The ceremony would commence outside the walls of Rome, on the western bank of the Tiber River. The “triumphal entry” would enter the city of Rome by means of a gate that was only opened for these specific occasions. The procession would not only include the army and the spoils of war, but it could also be replete with floats that depicted battles won and groups of captives consisting of enemy soldiers and famous leaders of the now vanquished foe. Naturally, this can be recognized as the forerunner to what is generally thought of as a modern parade. At the head, or sometimes at the center of all of this would be the celebrant, as cheering crowds often showered him with flowers. A winding path would be followed through the city, with this path known as the “sacred way.”
The climax of the procession would occur at Capitoline Hill. There, in devotion to Jupiter, white bulls would be sacrificed to Jupiter. On some occasions, the vanquished leader of Rome’s enemy would be slain before the eyes of the cheering masses. Then, if the celebrant was a general (rather than the emperor), he would enter into the temple of Jupiter so as to offer his laurel wreath (his celebratory crown) to the god, doing so in order to signal that he had no intentions of becoming the king of Rome. With this portion of the ceremony brought to a close, the temples were kept open, incense was burned at the altars, soldiers would disperse throughout the city in order to properly celebrate, and a great banquet would be provided for the citizens of Rome.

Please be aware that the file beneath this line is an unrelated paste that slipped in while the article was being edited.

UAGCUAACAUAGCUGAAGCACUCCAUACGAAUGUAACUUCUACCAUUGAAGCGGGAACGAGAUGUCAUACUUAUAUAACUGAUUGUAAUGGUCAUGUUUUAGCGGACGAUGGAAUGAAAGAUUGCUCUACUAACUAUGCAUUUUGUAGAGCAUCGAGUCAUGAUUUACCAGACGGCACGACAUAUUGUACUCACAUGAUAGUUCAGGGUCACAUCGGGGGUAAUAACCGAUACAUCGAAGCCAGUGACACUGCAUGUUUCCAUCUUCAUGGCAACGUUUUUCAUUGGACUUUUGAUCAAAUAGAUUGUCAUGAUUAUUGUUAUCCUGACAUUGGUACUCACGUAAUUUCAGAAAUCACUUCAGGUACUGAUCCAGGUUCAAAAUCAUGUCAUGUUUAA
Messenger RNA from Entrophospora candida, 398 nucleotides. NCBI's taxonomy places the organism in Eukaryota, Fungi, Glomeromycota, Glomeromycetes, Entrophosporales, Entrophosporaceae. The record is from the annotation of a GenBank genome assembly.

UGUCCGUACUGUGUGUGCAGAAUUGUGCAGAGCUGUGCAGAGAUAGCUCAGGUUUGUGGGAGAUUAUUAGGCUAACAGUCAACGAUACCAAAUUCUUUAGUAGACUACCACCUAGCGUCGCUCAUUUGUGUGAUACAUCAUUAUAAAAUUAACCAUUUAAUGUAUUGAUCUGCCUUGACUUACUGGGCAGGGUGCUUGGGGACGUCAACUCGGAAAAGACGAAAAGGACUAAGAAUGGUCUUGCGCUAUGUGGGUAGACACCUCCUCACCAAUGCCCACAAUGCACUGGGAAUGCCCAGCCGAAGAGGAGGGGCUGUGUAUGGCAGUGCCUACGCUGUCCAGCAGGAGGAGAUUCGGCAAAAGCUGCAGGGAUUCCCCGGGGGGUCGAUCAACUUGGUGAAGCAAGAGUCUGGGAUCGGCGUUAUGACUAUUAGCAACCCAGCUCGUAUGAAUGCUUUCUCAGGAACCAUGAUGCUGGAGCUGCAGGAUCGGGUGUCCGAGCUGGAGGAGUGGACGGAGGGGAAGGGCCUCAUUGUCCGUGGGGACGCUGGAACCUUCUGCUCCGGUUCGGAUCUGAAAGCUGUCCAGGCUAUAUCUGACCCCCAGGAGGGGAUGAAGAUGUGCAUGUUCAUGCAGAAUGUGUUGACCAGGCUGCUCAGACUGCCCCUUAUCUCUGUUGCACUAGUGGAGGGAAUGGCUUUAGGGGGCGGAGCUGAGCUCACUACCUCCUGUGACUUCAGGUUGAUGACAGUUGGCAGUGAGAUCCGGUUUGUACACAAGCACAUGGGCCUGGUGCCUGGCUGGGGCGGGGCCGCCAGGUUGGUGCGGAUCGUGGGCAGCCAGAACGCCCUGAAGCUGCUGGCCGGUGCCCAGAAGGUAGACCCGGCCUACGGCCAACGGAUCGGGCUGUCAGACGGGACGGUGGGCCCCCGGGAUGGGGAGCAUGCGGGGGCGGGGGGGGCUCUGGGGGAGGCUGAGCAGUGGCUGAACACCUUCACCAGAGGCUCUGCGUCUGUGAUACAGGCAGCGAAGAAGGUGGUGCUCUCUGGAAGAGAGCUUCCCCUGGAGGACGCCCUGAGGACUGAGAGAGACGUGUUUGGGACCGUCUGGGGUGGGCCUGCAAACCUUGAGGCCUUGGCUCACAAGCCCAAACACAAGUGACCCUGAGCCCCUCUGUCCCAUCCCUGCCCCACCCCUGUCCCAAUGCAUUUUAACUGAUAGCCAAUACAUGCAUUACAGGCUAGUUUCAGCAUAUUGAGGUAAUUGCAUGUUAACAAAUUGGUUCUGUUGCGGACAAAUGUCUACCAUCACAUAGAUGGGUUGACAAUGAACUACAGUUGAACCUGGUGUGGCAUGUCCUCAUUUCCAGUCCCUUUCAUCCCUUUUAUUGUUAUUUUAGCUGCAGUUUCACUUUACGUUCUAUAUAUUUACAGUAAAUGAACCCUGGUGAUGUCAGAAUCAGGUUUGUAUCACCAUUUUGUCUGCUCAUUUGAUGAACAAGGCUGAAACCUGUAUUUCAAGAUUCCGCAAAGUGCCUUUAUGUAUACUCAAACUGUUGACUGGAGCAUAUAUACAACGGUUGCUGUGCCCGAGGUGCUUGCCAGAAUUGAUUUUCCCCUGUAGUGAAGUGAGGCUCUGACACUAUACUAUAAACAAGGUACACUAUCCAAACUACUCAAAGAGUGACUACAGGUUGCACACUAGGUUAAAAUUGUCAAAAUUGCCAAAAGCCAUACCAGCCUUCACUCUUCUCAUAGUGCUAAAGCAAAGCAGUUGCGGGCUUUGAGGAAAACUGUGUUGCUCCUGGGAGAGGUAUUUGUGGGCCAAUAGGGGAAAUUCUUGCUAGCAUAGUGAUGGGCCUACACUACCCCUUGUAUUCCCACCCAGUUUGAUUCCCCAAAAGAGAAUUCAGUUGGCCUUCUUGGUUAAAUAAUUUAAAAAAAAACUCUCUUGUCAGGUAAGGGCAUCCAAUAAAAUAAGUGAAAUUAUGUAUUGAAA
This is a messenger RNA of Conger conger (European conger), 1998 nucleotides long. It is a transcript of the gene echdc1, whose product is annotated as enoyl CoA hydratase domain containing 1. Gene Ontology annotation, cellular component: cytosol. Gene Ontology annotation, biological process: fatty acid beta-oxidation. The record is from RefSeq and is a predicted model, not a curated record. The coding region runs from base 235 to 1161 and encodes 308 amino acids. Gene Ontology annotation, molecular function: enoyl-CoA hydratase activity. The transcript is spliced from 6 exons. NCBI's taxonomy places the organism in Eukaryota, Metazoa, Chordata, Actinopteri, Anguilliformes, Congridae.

If one was to take the position of a spectator of the Roman “triumph,” and found himself in a position to view the entirety of the procession and offer a description of what was being seen, with this sight fused with knowledge of what all would take place in association with the procession and the symbolism at work by what was being seen, and then offered a report on what we witnessed, it might go something like this: “I was so excited for the events that were about to unfold before my eyes. Truly this was a banner day for Rome and its glory. From what I understood, the war had been fierce. Some thought it would never end, but eventually the general triumphed. There were some rumors that Caesar intervened and took command of the army, directing it to its victory, and I can believe it; but if he did, he’s allowing the general to receive all the credit and be the subject of today’s ‘triumph.’
So even though this general was being honored today, and even though we eventually looked to him as a ‘god for a day,’ or ‘king for a day,’ there was a bit of an undercurrent amongst the populace that it should have been the Caesar himself riding at the head of this procession. Along those lines, it’s interesting that, with all he has done for the empire, it’s the Caesar that is truly responsible for the victory that was celebrated here today, but he has never once insisted upon his own ‘triumph.’ What humility. It tends to make one think that he truly is a son of the gods.’
I had a great seat. I could not believe it when Caesar himself sent a royal messenger to bring me to the place from which I could watch the whole thing. Then, when I was asked to write an account of it, from the people’s point of view, well, wow! How could I refuse? Me, of all people. It was all a bit overwhelming. I was so stunned by the news that I think I fainted. I could have kissed the messenger’s feet, but he wouldn’t let me. I was day-dreaming, thinking about my good fortune, and I almost missed the beginning of the parade. It’s a good thing I came to myself when I did. That would not have been a good thing.